European Charging Infrastructure A Long Way From Great

Looking at the charging infrastructure in Europe is not something that makes you happy. A new website shows just how bad the situation is.
This article was originally posted on and is written by Maarten Vinkhuyzen.

Snapshot of the charge point monitor, a dashboard showing charge point data in Europe
Source: Charge Point Monitor |

I live in the Netherlands. That is the world’s charging paradise. Norway has the most fully electric cars, but charging them is the least problematic for the Dutch. I was last year in Oslo, the city with the most BEV, at least in Europe, and charging was less easy than I was accustomed to. Along the high ways it was no problem. Norway has relatively a high percentage of DC chargers, both in the city and along the roads. The disadvantage of DC charging is that you have to wait, or do it while shopping.

In The Netherlands we have mostly curb side chargers, intended for over-night charging. The perfect solution for those that don’t have charging on their own driveway. In Europe the majority of the people live in homes without their own driveway. 

In the Netherlands, over 2/3 of the households does not have their own driveway. But 2/3 of the drivers of plug-in cars do have a private charger. The conclusion can be that even in a country with a charging infrastructure like The Netherlands having your own driveway is a condition for driving a plug-in vehicle. But perhaps it partially is because the people that buy new cars, are more likely to live in homes with their own driveway. Nice topic for a study for a college paper.

I think in the most other countries it is not the same, but worse. I was reminded of these problems by a newsletter of announcing their new Charge Point Monitor. The newsletter and the monitor showed how bad the charging infrastructure in the 16 monitored European countries is. About the same information for the EU countries can be found on the website of the European Alternate Fuels Observatory (EAFO), an EU agency monitoring CNG, LNG, LPG, Hydrogen, and electricity for transport.

Snapshot of the charge point monitor, a dashboard showing charge point data of Germany
Source: Charge Point Monitor |

The availability of DC fast charging is a necessary condition for making electric travel away from your home possible. But AC charging while the car is parked at or near your home or your dwork should be the normal way of charging for daily use. DC charging is faster, but the time or location is often not great to do something else while charging, but long enough to be a long wait. AC charging is done in essentially zero time for the driver. The driver is at work or at home, preferably sleeping.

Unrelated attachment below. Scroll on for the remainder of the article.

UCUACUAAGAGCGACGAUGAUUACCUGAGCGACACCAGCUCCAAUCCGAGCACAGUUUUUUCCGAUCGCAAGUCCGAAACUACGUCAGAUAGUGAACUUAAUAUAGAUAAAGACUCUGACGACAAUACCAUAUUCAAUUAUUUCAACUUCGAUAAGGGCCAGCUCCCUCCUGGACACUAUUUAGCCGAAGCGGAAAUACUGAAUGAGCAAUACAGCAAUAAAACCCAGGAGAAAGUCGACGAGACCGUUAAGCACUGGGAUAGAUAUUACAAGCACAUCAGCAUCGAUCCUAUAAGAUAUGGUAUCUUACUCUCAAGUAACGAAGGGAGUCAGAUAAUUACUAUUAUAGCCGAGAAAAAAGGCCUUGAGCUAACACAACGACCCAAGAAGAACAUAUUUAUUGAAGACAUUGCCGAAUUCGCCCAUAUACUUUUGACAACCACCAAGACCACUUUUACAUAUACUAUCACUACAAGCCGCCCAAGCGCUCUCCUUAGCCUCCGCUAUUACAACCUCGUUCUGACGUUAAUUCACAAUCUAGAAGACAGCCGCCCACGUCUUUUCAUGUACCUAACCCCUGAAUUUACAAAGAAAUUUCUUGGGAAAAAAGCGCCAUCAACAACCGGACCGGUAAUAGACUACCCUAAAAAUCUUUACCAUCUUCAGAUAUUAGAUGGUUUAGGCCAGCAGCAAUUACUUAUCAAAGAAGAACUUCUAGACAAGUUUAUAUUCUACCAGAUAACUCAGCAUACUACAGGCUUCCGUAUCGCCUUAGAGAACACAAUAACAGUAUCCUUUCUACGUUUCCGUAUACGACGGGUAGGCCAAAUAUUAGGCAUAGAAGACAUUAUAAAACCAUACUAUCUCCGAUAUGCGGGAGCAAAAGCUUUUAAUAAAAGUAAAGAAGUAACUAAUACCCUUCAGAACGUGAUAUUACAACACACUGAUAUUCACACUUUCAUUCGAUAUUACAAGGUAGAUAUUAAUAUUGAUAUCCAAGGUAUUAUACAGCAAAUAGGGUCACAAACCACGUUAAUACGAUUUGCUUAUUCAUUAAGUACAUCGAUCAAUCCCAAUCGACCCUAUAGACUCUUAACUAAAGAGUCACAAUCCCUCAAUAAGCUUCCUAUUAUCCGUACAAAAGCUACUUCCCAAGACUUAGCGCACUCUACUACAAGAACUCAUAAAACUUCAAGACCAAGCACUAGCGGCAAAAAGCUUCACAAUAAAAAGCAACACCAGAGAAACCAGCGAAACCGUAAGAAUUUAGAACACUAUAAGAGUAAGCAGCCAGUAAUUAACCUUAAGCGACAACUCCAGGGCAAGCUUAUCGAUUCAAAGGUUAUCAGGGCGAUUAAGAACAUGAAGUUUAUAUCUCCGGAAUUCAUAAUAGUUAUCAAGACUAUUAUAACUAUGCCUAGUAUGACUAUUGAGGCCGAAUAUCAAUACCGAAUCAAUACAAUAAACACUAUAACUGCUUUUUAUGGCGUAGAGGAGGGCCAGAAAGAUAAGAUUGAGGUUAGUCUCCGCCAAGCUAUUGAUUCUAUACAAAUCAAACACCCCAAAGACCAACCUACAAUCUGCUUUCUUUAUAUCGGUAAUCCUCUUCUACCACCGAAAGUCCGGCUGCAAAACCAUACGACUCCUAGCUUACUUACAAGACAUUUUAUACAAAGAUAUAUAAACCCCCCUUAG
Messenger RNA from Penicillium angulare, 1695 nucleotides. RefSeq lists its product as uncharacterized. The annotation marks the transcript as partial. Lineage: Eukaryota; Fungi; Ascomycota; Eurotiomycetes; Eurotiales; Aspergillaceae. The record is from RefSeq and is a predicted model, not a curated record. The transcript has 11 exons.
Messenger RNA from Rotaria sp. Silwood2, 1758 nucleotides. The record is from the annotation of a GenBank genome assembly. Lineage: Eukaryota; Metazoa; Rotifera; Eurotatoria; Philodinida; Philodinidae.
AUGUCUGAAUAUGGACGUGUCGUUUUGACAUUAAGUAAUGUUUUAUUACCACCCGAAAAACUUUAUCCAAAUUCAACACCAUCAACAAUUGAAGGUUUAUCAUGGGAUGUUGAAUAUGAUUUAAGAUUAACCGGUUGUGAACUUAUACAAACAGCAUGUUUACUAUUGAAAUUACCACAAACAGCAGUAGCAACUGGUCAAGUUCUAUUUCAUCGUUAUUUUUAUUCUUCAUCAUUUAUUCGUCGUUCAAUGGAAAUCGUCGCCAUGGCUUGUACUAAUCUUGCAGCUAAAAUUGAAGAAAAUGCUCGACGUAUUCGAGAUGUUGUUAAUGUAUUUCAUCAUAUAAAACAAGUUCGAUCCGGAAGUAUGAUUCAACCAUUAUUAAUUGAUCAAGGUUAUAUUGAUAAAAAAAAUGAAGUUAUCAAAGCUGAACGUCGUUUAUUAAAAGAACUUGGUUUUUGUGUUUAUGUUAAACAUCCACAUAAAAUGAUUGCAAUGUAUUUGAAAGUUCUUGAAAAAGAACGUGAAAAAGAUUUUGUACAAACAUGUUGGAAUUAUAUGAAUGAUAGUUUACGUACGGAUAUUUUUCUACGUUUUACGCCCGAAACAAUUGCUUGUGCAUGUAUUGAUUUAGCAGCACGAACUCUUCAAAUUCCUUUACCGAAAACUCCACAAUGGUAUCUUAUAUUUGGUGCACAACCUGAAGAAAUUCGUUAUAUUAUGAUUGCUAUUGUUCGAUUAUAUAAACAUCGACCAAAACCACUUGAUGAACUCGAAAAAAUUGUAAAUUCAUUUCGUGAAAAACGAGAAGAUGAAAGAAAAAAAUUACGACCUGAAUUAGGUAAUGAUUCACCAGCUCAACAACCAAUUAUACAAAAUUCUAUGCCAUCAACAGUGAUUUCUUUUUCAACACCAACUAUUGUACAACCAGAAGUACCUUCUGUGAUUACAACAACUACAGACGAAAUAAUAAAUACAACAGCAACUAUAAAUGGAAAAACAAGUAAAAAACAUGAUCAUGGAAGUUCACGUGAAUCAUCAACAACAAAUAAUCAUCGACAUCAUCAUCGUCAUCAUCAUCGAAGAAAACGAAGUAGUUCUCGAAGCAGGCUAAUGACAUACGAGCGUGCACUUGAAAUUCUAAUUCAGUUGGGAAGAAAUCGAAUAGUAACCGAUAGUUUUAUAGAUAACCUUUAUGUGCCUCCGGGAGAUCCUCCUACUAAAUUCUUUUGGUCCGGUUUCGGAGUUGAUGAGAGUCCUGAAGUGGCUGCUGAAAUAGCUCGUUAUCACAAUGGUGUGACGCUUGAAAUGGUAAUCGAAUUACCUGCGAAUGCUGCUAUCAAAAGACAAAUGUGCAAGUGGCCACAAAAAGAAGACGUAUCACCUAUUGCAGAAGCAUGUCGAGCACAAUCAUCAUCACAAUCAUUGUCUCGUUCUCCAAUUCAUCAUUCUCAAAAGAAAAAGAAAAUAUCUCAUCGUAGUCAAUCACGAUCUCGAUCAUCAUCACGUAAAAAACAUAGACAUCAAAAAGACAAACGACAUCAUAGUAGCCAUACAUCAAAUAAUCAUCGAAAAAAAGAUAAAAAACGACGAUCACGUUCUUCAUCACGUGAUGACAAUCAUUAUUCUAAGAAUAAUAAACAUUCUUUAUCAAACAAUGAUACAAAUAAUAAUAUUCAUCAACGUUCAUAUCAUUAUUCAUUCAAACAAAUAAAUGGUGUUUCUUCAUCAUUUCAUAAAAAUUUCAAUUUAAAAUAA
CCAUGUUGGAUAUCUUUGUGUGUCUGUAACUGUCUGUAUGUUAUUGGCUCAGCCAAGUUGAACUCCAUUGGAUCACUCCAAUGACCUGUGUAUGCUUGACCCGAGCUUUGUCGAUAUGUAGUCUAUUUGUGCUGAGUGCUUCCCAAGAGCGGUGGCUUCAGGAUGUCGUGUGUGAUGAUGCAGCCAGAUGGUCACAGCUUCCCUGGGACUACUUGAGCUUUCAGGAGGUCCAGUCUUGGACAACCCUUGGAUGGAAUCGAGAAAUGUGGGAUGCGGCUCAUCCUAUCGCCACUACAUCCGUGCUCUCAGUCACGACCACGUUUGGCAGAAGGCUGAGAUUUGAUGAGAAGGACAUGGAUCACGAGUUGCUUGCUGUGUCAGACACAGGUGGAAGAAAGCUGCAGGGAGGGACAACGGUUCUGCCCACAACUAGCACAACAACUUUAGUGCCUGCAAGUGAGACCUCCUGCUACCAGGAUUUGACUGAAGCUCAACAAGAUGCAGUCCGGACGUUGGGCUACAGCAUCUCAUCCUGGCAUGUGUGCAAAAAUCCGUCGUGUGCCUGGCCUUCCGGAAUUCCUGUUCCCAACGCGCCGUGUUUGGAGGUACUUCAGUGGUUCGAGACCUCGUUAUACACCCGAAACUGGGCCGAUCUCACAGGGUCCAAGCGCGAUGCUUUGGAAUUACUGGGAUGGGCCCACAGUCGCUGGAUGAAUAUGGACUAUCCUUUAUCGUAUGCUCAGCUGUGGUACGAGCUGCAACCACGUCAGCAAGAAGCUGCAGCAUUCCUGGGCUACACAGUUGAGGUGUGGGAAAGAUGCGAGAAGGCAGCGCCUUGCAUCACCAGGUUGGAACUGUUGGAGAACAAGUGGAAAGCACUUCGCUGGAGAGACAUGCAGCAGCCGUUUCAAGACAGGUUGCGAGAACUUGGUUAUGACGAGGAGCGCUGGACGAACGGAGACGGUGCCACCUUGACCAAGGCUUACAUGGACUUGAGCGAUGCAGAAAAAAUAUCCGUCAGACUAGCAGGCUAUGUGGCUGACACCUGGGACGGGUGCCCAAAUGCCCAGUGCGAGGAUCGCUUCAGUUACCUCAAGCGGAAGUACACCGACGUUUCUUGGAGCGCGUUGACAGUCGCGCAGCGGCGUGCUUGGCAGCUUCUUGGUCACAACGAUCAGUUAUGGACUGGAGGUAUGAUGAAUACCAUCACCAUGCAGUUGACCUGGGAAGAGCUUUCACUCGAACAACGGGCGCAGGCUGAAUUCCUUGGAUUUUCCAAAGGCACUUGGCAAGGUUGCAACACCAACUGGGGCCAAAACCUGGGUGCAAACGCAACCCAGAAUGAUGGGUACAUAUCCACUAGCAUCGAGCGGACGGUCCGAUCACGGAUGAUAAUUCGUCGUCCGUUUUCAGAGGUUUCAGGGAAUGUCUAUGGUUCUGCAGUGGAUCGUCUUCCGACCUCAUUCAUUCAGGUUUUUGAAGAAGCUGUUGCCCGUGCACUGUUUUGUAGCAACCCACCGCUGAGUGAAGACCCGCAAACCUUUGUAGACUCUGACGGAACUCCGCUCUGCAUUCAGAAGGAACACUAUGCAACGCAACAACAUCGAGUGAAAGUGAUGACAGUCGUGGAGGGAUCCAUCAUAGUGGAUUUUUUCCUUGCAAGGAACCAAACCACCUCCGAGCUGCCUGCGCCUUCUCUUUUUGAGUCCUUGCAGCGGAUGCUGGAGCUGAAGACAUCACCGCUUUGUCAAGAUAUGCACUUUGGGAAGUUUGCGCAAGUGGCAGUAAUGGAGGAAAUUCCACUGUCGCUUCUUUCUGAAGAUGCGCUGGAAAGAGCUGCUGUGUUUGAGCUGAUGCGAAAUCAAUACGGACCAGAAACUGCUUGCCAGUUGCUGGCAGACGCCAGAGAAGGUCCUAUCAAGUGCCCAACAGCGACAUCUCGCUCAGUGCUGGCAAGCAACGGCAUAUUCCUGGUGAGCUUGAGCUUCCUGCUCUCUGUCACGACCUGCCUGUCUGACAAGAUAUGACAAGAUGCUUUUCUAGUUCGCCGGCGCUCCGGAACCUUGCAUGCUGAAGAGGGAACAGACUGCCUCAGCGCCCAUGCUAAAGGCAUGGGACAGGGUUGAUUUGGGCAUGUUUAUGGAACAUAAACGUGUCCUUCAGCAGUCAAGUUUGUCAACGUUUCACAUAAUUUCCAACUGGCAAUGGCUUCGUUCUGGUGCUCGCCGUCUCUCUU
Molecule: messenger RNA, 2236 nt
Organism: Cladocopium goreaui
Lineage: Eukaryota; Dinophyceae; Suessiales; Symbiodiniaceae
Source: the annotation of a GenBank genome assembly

The transition to electric driving in most of Europe is still in its infancy. Even in Norway electric driving is not yet normal for those that buy only used cars, those that buy only older used cars, at least 50% of car buyers, are still mainly buying fossil fuel burning cars. There are no older used fully electric cars in the market, even in Norway.

Only after the new car market is mainly electric for 10 years will the electric transition reach those car buyers that do not buy new or nearly new cars. The used car market is about 4-5 times the size of the new car market. The fully electric vehicles market share in that market is too small to calculate.

With electric cars being mainly driven by new car buyers, even in Norway, it is understandable that the public infrastructure is more for the benefit of long distance drivers than daily use. Currently the far majority of electric cars is charged on the own charger of the driver. About 95% of the Dutch chargers (both public and semi-public) are AC chargers. This is clearly visible in the Charge Point Monitor. For electric driving becoming to be the standard, for all drivers, this availability of charging should become the standard in all countries.

There are a number of different opinions and views on what is the more desirable infrastructure for charging. This is mainly centered around curbside charging in urban areas. One view is to minimize the availability of chargers because of cost, grid demand, and visual pollution of public spaces.

Another view is the contribution that connected EV can deliver to grid stability when smart charging is enabled. The logical end point of this approach is that an EV should be in one of two states, driving around or connected to the grid. With smart charging being in its early infancy, this has a long way to go. But it could become the dominant way to design the charging infrastructure. Or it could just grow that way because it is the most economical way to do it.

For electric driving to become the main way of driving for all parts of society, daily charging on (semi-)public chargers must become highly available.

The next graph shows how far ahead the Dutch are compared to the rest of Europe.

A graph showing the top 10 cities with the most charge points in Europe
Source: Charge Point Monitor |

There are four Dutch cities in the top five. Only London, over 10 times the size of Amsterdam, is between them. Many cities bigger than the four Dutch cities combined are nowhere near a place on this list. I am looking at you, Berlin, Milan, Rome, Naples, Barcelona, Madrid, just to name a few.

The availability of curbside chargers is primarily the responsibility of municipalities. BTW, the citizens of those four Dutch cities are complaining of a lack of chargers where they need them.

When voting, make sure you know the opinion of your local politicians on this topic. It does not seem very important, but it is crucial for the transition the renewable transportation.

Source: Cleantechnica: European Charging Infrastructure A Long Way From Great | Maarten Vinkhuyzen

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